This year I can say I actually walked into the Harley booth. Last year in Cleveland I think I walked by, but decided that it was way too crowded and I didn’t want to wade through all the people. To Harley’s credit, the vast majority of their modern lineup is readily available for the browsing on almost any showroom (and there are lots of showrooms), so I’ve seen most of their modern bikes in person anyway. This year however, I admit I wanted to get a closer look at the new 2016 Softail Slim S. Almost completely blacked out, covered in matte olive drab paint, with a big white star on the tank, I can’t help but love that bike. The new Softail slim, with 110 cubic inch Twin Cam engine, is unmistakably a LONG way from the ‘43 WLA, but the likeness is still quite obvious. I have no rational reason, what so ever, to spend $18k on a Harley cruiser, but I can’t deny I wouldn’t complain about a winning one in a contest.
Outside the manufacturer’s booth, countless custom bikes littered the conference center. With old and new scattered about, I was, again, mostly drawn to the vintage flatheads. I have no explanation but I love vintage, and it doesn’t stop with motorcycles; even knowing that side-valve performance is garbage, the old flatheads are simply gorgeous, rust and all. That aside, there were custom builds of every variety on site; from neo-retro, to flat track “esque” conversions, to Mad Maxian rat bikes.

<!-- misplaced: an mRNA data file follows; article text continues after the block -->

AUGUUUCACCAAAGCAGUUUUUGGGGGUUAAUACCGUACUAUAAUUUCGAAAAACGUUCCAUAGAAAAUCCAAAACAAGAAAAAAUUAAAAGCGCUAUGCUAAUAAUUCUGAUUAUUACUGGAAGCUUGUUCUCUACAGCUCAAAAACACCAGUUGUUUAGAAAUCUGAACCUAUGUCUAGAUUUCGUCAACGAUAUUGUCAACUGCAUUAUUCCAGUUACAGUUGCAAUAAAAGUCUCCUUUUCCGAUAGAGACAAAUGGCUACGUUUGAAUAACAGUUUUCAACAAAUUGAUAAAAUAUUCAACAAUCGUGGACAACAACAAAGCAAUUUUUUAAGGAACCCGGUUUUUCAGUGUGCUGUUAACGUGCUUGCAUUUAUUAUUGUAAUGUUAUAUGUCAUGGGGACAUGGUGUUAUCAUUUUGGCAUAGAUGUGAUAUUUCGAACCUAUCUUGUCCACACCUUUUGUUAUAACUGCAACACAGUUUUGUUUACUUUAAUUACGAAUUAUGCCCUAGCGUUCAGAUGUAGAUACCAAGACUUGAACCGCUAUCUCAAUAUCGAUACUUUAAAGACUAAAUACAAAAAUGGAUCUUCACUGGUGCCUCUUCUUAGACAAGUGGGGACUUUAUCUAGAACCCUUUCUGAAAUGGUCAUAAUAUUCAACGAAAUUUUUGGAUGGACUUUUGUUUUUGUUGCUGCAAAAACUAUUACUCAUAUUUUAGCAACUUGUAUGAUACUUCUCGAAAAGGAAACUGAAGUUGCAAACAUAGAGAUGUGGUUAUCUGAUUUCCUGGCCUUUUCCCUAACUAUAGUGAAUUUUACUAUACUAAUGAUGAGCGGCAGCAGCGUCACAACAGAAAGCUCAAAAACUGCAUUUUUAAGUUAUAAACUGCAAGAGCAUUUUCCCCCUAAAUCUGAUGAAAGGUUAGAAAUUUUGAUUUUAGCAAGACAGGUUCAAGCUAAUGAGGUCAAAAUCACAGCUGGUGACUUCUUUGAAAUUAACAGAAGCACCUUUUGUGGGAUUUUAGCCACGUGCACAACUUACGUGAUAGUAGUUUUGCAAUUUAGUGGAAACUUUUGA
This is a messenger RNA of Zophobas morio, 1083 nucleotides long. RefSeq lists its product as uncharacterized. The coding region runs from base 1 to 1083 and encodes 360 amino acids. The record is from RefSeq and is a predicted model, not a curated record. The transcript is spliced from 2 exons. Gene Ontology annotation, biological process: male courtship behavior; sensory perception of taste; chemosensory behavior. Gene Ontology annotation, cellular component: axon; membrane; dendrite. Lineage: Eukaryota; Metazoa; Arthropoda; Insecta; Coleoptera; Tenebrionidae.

Again, love them or hate them, Harley Davidson motorcycles are a staple of American motorcycle culture. While I cannot justify purchasing a new one, I do appreciate their bikes aesthetically, and someday hope to have some sort of apocalyptic Harley custom parked in the garage… just as soon as I get a garage.